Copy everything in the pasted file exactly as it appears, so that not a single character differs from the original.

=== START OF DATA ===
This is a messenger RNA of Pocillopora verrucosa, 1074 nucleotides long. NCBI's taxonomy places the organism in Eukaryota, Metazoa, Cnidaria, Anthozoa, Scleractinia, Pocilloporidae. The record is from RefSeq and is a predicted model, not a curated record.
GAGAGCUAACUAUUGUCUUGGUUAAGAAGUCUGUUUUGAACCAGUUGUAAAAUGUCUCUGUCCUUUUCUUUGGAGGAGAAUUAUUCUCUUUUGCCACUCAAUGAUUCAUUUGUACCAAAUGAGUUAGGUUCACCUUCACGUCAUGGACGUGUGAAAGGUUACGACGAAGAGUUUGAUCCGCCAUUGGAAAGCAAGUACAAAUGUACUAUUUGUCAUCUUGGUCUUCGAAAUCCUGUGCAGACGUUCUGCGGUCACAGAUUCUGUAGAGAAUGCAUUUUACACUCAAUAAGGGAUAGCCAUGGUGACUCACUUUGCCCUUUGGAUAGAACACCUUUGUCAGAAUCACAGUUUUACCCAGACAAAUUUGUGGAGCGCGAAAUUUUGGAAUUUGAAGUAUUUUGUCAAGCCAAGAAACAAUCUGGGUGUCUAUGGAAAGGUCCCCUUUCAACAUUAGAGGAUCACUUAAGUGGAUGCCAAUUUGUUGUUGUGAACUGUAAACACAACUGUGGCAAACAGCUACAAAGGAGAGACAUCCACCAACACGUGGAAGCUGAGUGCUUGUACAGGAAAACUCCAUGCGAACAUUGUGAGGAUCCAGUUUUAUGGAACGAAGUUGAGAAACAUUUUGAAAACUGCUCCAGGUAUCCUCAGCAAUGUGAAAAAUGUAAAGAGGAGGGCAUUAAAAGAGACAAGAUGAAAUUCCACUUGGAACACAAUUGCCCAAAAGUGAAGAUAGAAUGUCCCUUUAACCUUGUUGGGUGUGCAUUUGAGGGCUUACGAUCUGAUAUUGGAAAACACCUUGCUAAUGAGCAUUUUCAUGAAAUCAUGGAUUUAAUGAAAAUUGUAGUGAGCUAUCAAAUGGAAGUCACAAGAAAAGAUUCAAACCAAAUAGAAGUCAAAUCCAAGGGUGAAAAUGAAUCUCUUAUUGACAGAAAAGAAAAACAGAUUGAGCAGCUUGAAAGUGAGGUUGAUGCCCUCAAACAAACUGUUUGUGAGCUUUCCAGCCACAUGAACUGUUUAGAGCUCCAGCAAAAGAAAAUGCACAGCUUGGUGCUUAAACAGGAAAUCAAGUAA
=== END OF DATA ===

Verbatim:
This is a messenger RNA of Pocillopora verrucosa, 1074 nucleotides long. NCBI's taxonomy places the organism in Eukaryota, Metazoa, Cnidaria, Anthozoa, Scleractinia, Pocilloporidae. The record is from RefSeq and is a predicted model, not a curated record.
GAGAGCUAACUAUUGUCUUGGUUAAGAAGUCUGUUUUGAACCAGUUGUAAAAUGUCUCUGUCCUUUUCUUUGGAGGAGAAUUAUUCUCUUUUGCCACUCAAUGAUUCAUUUGUACCAAAUGAGUUAGGUUCACCUUCACGUCAUGGACGUGUGAAAGGUUACGACGAAGAGUUUGAUCCGCCAUUGGAAAGCAAGUACAAAUGUACUAUUUGUCAUCUUGGUCUUCGAAAUCCUGUGCAGACGUUCUGCGGUCACAGAUUCUGUAGAGAAUGCAUUUUACACUCAAUAAGGGAUAGCCAUGGUGACUCACUUUGCCCUUUGGAUAGAACACCUUUGUCAGAAUCACAGUUUUACCCAGACAAAUUUGUGGAGCGCGAAAUUUUGGAAUUUGAAGUAUUUUGUCAAGCCAAGAAACAAUCUGGGUGUCUAUGGAAAGGUCCCCUUUCAACAUUAGAGGAUCACUUAAGUGGAUGCCAAUUUGUUGUUGUGAACUGUAAACACAACUGUGGCAAACAGCUACAAAGGAGAGACAUCCACCAACACGUGGAAGCUGAGUGCUUGUACAGGAAAACUCCAUGCGAACAUUGUGAGGAUCCAGUUUUAUGGAACGAAGUUGAGAAACAUUUUGAAAACUGCUCCAGGUAUCCUCAGCAAUGUGAAAAAUGUAAAGAGGAGGGCAUUAAAAGAGACAAGAUGAAAUUCCACUUGGAACACAAUUGCCCAAAAGUGAAGAUAGAAUGUCCCUUUAACCUUGUUGGGUGUGCAUUUGAGGGCUUACGAUCUGAUAUUGGAAAACACCUUGCUAAUGAGCAUUUUCAUGAAAUCAUGGAUUUAAUGAAAAUUGUAGUGAGCUAUCAAAUGGAAGUCACAAGAAAAGAUUCAAACCAAAUAGAAGUCAAAUCCAAGGGUGAAAAUGAAUCUCUUAUUGACAGAAAAGAAAAACAGAUUGAGCAGCUUGAAAGUGAGGUUGAUGCCCUCAAACAAACUGUUUGUGAGCUUUCCAGCCACAUGAACUGUUUAGAGCUCCAGCAAAAGAAAAUGCACAGCUUGGUGCUUAAACAGGAAAUCAAGUAA